Often recommended stainless steels for survival knives: S60V, VG-10, BG-42, S90V, CPM S35VN, CPM 154, AUS-8
Arguments about which is the best knife steel (carbon versus stainless) and even about specific steel types are endemic among knife people. It’s a big subject with lots of variation in design, execution and results among manufacturers.
In fact, since selection of the steel type is only part of what makes a knife blade (heat treatment being the other part), what knife manufacturers do with the steel is often proprietary or poorly understood. This is a perfect environment for differences of opinion. Only field experience and years of reputation will separate the best knife steel from the rest.
On the other hand, when you look at knives in a store, in a catalog or online – and you don’t see a description of the blade metal – then you know it’s probably not a serious survival knife. How so? Lack of reference to the steel shows the manufacturer (or seller) isn’t interested in proving their metal, so to speak.
Best Knife Steel Treatment
When many knife manufacturers buy steel for their knives, it is ‘untreated.’ This means without heat treatment, a process that can have a decisive effect on the molecular structure and therefore the characteristics of the steel, especially hardness, toughness, strength, durability and wear resistance. Heat treatment or “treating” may have several steps.
- Pre-heating: The steel is heated first, to 1400-1500 degrees Fahrenheit for about 30 minutes, and second to 1850-1950 degrees Fahrenheit for 30 to 60 minutes.
- Quenching or rapid cooling: This ranges from air temperature cooling for stainless steel to recent cryogenic (super-cold) techniques. This step is what actually creates the main characteristics by hardening the carbide crystals in the steel.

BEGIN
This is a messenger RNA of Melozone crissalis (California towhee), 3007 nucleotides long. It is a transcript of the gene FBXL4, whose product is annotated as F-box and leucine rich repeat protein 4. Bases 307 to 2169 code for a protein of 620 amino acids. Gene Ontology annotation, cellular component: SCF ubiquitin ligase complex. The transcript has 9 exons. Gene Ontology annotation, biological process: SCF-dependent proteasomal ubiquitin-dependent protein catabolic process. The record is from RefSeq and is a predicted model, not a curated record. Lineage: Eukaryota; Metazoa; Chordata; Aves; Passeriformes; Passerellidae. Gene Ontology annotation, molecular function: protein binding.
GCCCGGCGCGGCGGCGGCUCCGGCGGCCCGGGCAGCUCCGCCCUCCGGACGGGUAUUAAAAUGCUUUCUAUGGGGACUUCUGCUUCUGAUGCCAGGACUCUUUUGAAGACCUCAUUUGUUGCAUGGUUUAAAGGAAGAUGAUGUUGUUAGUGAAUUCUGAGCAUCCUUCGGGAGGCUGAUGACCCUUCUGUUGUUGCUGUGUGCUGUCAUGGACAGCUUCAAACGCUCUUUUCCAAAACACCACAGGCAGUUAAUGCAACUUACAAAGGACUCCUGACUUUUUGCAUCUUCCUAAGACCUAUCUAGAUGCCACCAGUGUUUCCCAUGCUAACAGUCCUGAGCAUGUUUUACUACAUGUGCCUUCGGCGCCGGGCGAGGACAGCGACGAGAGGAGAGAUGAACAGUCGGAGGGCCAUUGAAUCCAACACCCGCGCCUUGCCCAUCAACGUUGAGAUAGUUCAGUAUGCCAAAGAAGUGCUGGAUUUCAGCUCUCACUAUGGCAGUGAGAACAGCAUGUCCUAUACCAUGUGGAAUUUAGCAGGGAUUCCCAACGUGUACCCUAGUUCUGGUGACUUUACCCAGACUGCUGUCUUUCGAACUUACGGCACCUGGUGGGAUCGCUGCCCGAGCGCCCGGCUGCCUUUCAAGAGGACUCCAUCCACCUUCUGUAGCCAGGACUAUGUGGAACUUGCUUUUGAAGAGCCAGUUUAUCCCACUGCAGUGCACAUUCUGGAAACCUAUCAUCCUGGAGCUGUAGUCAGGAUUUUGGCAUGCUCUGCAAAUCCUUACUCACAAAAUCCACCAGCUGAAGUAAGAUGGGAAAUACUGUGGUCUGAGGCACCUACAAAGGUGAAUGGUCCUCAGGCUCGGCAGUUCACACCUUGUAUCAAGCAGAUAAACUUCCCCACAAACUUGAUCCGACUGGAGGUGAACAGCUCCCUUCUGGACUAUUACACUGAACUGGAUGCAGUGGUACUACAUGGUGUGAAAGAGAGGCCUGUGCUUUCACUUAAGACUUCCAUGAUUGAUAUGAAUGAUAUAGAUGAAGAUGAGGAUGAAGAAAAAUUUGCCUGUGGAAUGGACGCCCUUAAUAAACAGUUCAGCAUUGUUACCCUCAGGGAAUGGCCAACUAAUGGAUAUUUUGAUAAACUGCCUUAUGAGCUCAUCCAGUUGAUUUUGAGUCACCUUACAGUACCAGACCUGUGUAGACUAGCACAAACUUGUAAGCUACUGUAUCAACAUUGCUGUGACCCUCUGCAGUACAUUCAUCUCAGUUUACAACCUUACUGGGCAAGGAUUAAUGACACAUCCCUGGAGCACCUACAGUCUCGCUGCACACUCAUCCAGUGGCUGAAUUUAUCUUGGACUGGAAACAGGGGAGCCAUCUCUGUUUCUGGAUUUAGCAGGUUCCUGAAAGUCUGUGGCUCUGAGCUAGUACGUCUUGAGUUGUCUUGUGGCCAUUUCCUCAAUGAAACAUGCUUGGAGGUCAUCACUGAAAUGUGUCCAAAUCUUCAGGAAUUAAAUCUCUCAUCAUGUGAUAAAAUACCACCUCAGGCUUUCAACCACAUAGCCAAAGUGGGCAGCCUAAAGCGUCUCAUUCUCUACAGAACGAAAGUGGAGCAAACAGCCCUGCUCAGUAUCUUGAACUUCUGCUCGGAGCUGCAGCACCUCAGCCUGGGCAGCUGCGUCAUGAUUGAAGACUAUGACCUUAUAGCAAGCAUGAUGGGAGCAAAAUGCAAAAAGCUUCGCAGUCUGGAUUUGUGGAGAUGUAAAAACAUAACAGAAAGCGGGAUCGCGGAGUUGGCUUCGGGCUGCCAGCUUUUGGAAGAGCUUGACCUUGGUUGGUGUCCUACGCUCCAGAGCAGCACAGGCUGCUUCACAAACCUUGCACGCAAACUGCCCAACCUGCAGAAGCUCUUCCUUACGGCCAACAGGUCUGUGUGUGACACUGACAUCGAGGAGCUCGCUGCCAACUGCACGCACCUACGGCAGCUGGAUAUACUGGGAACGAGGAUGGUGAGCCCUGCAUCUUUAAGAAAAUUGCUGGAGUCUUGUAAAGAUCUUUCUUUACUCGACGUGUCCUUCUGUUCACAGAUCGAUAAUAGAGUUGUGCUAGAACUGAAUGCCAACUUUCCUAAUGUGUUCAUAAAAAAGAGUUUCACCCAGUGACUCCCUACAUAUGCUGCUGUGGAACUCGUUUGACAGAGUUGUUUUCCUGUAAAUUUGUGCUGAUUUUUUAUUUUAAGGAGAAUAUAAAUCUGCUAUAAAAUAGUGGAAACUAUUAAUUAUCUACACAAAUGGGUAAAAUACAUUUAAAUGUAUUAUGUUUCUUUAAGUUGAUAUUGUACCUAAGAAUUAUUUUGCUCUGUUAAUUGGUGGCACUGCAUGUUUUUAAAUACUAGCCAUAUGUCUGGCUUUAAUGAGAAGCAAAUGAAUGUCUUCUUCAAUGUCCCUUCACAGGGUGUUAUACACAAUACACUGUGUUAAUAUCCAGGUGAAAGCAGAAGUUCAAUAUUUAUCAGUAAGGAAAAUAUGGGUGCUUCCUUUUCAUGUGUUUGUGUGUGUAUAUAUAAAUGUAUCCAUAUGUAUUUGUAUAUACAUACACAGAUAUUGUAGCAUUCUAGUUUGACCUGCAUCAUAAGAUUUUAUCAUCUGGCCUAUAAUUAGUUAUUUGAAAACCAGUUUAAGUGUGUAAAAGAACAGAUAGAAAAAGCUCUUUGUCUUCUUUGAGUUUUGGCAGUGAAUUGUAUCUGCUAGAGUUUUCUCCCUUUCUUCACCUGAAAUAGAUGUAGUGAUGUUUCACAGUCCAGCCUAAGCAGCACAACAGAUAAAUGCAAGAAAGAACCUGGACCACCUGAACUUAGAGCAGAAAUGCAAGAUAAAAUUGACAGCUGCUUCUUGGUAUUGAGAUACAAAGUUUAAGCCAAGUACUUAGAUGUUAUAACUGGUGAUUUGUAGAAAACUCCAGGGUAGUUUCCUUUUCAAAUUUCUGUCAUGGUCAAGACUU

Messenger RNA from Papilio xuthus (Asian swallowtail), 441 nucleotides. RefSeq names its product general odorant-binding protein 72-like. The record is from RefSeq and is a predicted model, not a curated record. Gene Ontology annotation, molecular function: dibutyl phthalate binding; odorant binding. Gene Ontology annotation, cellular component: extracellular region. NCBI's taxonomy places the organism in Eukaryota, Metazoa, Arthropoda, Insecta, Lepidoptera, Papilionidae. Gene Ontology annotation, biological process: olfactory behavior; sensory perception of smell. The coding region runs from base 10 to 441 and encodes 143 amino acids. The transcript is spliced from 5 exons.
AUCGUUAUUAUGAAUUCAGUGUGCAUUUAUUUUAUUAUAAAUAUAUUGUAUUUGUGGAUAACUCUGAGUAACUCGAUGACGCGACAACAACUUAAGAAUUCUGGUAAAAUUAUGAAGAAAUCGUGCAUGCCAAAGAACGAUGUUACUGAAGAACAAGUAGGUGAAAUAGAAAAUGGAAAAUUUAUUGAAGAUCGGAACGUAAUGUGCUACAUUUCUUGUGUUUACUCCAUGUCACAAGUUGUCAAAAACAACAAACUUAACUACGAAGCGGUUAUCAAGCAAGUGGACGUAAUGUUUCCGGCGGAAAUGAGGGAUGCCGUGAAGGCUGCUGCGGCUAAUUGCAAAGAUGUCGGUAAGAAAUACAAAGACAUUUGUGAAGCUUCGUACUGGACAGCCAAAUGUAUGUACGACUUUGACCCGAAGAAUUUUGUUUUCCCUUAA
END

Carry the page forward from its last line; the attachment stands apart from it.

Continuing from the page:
- Tempering: After quenching, the steel is again heated to a “tempering temperature,” which varies greatly between types of steel. This is about 400 degrees Fahrenheit for most carbon steels to 950 degrees Fahrenheit for premium stainless steels. This temperature is held for 30 to 60 minutes. Tempering is often done twice.
These are the main steps. Some manufacturers insert other procedures, for example, differential hardening, or differential tempering. These are techniques where the blade edge receives one level of hardening (usually more) and the spine another (usually less hardening).
As measured by the Rockwell scale, after differential hardening and tempering, the spine might be HRC 54-55 for added strength, while the cutting edge is around HRC 58-59 for a harder, sharper edge. These and other techniques require a great deal of skill, and manufacturers often shroud their process in the “art of knife making.”
As you might imagine, there’s a lot of room in the treatment process for manufacturers to develop their own quality of steel. The results can be important, as one expert put it, “I’d rather have lousy steel with a great treatment, than great steel with lousy treatment.”
As a rule, manufacturers don’t even try to explain their treatments, it’s usually far too complicated and the results may be too subtle for marketing. What it does add up to is the manufacturer’s reputation for quality. Properly treated steel will perform better in the field and eventually the word will get out. That’s why reputable manufacturers go to great lengths to protect their quality, often through warranties and impeccable customer service. It’s also what you pay (extra) for.
The look of the blade metal is arguably one of the least important features of a survival knife. An ugly finish on a carbon steel knife is almost a badge of honor. For those who are persnickety about finish and appearance, stainless steel knives are likely to be the most satisfying.
Coatings are applied to the blades of some knives, especially if they are carbon steel (that is, not stainless steel), because of the susceptibility to rust. The coating may be simple blade oil or it could be a special silicon or polymer coating. No coating is permanent.